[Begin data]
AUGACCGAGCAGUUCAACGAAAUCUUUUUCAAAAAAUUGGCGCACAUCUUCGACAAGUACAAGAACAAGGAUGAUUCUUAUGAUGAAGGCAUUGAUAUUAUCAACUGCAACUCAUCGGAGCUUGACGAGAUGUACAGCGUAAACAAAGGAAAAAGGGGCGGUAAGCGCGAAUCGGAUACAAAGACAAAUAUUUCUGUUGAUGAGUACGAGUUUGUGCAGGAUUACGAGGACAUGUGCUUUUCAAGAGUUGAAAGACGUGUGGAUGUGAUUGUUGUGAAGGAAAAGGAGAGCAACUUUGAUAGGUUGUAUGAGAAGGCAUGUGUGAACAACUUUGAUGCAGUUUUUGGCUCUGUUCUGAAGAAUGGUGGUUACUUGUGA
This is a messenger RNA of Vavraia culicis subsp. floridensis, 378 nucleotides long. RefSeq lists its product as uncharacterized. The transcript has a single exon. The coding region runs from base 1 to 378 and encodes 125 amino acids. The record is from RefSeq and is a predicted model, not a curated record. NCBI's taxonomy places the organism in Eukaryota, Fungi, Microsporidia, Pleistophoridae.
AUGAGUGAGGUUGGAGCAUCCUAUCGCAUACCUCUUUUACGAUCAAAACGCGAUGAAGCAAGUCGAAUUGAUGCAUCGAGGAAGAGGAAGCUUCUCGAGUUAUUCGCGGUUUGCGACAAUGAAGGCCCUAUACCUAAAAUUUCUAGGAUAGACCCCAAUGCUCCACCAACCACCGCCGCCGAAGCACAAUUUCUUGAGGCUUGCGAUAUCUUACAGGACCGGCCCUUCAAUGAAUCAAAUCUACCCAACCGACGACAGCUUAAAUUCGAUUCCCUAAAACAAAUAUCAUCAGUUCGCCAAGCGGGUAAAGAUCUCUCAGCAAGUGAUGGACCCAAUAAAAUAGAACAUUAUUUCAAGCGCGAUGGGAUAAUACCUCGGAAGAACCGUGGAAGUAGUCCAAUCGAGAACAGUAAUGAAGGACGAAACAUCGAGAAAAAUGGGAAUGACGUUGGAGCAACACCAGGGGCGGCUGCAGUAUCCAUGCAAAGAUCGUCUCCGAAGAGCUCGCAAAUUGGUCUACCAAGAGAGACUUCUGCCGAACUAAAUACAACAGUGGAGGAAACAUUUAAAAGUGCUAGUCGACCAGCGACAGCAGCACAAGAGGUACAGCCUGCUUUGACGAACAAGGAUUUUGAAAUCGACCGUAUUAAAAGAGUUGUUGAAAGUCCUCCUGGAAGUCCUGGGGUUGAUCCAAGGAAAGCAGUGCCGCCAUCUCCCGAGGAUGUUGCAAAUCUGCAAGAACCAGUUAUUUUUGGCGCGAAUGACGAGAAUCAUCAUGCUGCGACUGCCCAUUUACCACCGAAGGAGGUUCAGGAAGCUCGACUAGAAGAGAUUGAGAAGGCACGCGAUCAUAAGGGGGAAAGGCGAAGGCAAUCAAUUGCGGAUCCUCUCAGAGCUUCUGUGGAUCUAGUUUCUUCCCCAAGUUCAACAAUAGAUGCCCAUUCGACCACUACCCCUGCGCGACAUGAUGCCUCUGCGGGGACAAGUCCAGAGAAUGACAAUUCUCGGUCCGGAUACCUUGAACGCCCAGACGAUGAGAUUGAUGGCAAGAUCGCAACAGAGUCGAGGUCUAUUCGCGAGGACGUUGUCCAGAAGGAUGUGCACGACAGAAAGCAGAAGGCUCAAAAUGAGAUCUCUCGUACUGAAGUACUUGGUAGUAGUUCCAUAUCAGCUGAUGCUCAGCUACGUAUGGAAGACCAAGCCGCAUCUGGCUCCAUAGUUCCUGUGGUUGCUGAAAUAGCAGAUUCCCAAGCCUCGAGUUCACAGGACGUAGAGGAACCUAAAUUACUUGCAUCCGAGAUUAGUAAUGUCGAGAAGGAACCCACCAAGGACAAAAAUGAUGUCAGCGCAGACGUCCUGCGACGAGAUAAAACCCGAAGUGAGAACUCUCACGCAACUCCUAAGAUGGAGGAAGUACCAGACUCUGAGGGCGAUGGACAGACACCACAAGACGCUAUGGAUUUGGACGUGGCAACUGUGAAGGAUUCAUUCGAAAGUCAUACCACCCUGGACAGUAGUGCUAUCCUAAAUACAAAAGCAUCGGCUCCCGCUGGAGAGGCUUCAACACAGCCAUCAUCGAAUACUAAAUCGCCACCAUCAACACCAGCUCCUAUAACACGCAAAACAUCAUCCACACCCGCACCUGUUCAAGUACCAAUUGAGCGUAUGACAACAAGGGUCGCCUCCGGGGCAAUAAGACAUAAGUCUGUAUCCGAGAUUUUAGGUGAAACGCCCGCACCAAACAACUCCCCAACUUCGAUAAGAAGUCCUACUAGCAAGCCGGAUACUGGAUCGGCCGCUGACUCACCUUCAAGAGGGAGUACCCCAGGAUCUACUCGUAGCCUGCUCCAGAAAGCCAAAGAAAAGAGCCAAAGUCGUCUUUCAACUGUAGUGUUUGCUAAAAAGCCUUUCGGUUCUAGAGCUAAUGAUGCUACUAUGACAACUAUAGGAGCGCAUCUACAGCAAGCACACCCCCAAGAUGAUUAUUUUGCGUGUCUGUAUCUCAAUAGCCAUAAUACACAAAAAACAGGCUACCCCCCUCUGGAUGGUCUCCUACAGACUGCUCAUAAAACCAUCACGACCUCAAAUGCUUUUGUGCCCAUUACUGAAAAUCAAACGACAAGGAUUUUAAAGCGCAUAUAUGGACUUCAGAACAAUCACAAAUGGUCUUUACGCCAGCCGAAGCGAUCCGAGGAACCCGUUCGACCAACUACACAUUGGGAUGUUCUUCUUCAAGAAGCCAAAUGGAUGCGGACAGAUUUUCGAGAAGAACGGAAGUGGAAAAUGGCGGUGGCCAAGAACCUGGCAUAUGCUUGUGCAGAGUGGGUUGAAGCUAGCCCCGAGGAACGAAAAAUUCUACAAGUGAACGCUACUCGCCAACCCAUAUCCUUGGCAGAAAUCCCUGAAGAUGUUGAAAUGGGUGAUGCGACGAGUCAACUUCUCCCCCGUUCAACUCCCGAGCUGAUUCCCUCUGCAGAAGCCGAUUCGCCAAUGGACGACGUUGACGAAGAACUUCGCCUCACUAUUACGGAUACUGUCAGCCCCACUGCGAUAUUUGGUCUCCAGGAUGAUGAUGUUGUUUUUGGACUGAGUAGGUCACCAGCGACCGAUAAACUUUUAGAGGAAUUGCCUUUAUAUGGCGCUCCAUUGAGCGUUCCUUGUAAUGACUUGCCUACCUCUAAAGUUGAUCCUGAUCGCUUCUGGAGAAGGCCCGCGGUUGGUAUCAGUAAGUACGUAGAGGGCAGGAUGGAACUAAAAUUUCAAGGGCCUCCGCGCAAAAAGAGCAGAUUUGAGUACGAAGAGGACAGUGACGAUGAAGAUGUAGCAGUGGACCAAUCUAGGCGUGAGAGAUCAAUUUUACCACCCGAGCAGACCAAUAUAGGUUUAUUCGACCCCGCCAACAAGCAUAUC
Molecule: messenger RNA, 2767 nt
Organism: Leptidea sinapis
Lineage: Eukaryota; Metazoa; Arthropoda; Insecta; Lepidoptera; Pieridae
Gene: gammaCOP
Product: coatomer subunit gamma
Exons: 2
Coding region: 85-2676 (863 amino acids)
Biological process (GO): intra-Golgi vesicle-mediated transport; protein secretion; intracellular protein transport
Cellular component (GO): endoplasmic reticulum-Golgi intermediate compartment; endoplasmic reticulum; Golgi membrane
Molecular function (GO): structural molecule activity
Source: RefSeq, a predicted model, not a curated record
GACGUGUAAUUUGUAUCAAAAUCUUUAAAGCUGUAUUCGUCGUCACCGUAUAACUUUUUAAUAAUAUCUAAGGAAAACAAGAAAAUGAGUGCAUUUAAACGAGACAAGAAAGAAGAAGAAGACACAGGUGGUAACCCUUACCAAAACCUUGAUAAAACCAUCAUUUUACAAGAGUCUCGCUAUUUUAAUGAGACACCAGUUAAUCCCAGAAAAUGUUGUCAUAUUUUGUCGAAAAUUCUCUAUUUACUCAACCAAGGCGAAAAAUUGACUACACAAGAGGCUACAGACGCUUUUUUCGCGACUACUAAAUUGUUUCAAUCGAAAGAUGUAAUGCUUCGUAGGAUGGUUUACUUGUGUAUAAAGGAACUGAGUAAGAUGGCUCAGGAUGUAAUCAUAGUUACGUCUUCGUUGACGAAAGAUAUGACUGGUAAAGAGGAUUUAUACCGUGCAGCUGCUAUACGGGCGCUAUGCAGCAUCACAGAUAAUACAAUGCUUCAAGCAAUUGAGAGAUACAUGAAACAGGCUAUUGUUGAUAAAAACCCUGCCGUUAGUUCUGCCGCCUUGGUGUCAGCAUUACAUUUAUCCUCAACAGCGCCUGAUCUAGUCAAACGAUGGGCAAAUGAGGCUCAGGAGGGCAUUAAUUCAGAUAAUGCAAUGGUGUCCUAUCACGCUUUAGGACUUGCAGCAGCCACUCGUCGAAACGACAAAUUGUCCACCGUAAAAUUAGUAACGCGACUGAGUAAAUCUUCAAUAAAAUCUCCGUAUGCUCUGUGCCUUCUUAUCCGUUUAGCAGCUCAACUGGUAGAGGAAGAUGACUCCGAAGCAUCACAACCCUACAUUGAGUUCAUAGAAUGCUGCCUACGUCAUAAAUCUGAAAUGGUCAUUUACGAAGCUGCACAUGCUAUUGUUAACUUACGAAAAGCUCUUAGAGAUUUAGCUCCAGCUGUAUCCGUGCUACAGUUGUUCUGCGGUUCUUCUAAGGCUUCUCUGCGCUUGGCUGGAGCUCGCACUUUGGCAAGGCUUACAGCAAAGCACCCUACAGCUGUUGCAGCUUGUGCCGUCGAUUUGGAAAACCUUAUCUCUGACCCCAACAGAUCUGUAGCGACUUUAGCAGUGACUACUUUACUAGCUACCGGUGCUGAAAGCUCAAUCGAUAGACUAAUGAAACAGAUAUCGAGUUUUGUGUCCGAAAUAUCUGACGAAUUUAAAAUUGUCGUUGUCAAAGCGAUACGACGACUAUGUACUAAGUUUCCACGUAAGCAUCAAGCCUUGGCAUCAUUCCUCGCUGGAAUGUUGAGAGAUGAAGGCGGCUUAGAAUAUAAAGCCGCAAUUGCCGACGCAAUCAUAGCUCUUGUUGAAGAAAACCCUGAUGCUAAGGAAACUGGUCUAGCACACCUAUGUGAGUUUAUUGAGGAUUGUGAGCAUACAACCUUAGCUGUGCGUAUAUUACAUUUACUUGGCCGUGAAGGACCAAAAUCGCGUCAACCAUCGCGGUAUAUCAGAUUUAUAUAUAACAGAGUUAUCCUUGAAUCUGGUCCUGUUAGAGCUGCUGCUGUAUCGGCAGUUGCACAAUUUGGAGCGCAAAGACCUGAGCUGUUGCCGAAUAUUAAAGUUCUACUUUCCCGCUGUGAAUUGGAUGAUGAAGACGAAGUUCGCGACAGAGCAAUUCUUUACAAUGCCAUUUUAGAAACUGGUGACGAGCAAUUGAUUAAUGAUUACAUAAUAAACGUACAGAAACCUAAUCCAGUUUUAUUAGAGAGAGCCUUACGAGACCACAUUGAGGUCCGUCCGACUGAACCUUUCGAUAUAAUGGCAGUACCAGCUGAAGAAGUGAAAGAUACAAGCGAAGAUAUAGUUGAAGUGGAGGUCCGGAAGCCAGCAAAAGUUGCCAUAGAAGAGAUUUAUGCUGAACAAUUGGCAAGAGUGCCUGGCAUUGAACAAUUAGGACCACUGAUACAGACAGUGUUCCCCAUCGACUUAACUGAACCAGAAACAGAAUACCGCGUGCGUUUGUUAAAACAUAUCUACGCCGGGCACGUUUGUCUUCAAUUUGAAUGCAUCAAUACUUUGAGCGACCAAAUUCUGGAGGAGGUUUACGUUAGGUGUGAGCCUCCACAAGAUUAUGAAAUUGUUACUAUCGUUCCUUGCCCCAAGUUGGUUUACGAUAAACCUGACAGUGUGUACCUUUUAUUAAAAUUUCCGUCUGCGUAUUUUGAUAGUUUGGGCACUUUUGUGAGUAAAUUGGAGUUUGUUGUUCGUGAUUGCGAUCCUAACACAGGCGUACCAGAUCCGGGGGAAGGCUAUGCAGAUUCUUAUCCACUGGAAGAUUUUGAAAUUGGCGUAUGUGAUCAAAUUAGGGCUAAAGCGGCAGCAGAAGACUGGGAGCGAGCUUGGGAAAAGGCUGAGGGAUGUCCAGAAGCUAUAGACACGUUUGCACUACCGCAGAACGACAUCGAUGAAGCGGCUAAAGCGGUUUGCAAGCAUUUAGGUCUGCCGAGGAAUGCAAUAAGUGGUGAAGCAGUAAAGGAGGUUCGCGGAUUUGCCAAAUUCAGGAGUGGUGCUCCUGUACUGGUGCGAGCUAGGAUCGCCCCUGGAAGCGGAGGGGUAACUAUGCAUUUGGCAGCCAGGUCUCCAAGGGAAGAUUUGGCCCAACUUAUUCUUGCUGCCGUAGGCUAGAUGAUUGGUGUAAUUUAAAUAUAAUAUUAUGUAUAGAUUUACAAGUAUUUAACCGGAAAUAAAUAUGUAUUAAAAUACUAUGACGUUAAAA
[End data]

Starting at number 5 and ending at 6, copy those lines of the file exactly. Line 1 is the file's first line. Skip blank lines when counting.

Organism: Leptidea sinapis
Lineage: Eukaryota; Metazoa; Arthropoda; Insecta; Lepidoptera; Pieridae